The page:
Why Read The Bible?

Why do you read the Bible?

I suppose answers vary with individual needs and life’s seasons. At different moments we seek knowledge, inspiration, encouragement, comfort, and guidance.

When I thought through this idea (I actually do that occasionally) I wondered if there was a single, best, right answer. Since The Bible Is About God I was going to offer something profound like “…acquiring a better, more intimate knowledge of God” (thanks Clark).

It’s always comforting to have a nice, tidy answer to such a complex question, even if it’s far too simplistic.

Upon further review, I realized that I was really thinking about some uses of Scripture that seem decidedly inappropriate.

Pick-n-choosers

My friend Liz offers a wonderful word picture of folks who use Scripture as a weapon. She calls them “Bible-thumpin’ pick-n-choosers.” (I just love the image!)

Pick-n-choosers pre-determine their version of truth, search for a verse that seems to support their position, and then pound on the Bible. “It’s not me saying this—it’s the word of God!”

It reminds me of the iPhone ads that say, “Want to ____? There’s an app for that.”

For pick-n-choosers, it’s “Got an idea? There’s a verse for that.”

The pick-n-chooser rallying cry …

God’s on our side.

Hard to argue with that—it’s God’s word, right there in official King James English. And if one translation doesn’t quite work, we can look around until we find one with just the right words.

Ever meet one of these folks (nod your head)? Every discussion, every political debate, every question about truth or justice or anything else, ends with the definitive single verse that provides the right answer.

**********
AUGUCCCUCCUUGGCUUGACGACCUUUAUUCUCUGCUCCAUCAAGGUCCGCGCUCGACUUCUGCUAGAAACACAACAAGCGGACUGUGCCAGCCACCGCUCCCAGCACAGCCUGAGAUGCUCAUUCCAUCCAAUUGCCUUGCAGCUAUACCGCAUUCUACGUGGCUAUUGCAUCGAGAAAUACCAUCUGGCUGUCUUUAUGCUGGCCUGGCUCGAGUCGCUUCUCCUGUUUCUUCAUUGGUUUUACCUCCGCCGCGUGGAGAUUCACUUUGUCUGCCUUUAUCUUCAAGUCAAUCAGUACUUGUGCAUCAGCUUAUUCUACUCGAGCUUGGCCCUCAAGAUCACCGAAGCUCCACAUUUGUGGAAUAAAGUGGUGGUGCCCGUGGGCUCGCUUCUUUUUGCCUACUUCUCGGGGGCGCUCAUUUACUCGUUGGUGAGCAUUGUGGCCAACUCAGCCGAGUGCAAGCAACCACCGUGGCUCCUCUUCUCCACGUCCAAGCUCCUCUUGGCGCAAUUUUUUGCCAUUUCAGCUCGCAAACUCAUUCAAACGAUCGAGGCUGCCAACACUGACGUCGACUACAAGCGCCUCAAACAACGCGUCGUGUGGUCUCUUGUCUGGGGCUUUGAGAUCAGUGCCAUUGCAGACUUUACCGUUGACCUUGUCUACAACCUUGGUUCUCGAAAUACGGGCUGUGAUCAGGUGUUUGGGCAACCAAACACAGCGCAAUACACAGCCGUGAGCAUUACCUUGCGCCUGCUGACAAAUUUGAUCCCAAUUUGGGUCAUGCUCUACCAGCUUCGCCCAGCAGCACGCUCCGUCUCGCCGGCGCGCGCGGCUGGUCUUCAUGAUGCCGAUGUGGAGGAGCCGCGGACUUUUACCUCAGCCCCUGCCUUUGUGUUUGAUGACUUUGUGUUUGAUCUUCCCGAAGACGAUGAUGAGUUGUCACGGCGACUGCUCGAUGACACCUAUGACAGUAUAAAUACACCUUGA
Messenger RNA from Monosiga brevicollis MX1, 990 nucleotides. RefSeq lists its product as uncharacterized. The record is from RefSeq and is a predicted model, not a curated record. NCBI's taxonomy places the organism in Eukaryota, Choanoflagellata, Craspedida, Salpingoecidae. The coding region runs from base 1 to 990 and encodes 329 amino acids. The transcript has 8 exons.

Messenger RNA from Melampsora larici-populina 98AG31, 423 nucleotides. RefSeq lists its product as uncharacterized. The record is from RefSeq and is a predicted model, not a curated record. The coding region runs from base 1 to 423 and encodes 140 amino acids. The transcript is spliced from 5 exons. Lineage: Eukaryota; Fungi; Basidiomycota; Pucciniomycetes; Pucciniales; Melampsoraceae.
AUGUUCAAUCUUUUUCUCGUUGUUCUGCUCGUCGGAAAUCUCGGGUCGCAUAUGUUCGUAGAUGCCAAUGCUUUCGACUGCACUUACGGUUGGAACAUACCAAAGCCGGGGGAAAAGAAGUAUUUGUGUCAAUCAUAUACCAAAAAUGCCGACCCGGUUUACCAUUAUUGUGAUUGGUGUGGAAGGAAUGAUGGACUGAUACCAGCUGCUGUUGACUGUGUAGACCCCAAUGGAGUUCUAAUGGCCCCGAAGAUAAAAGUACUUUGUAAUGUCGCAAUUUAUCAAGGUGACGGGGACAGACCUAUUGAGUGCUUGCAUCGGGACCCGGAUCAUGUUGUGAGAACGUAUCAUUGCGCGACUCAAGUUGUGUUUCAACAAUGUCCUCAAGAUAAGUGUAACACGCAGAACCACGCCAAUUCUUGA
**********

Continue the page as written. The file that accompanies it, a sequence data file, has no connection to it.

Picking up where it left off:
It’s especially interesting when two pick-n-choosers disagree. They throw apparently contradictory Scripture passages at each other like darts, complete with “gotcha that time!”

Who’s following whom?

I’m all for measuring our thoughts, ideas, and behaviors against the truth of Scripture. But I want to keep in mind who’s leading and who’s following.

I’d respectfully suggest that the goal ought to be to conform to my best understanding of God’s word rather than twisting Scripture to support my pre-conceived conclusions. That means two things for me.

I bring personal biases and blind spots into the discussion. If I acknowledge that human weakness, I can try to set it aside and be more aware of places where it clouds my vision.

I need to ask God for an open heart so I can hear the truth even when it contradicts deeply-held political or relational beliefs.

We’re all pick-n-chooses to some extent. It’s part of being human. I fall frequently into the trap of trying to get Jesus to follow me.

I want to move toward listening better, learning more, and making sure I’m the one who’s following.

Why do you read the Bible?



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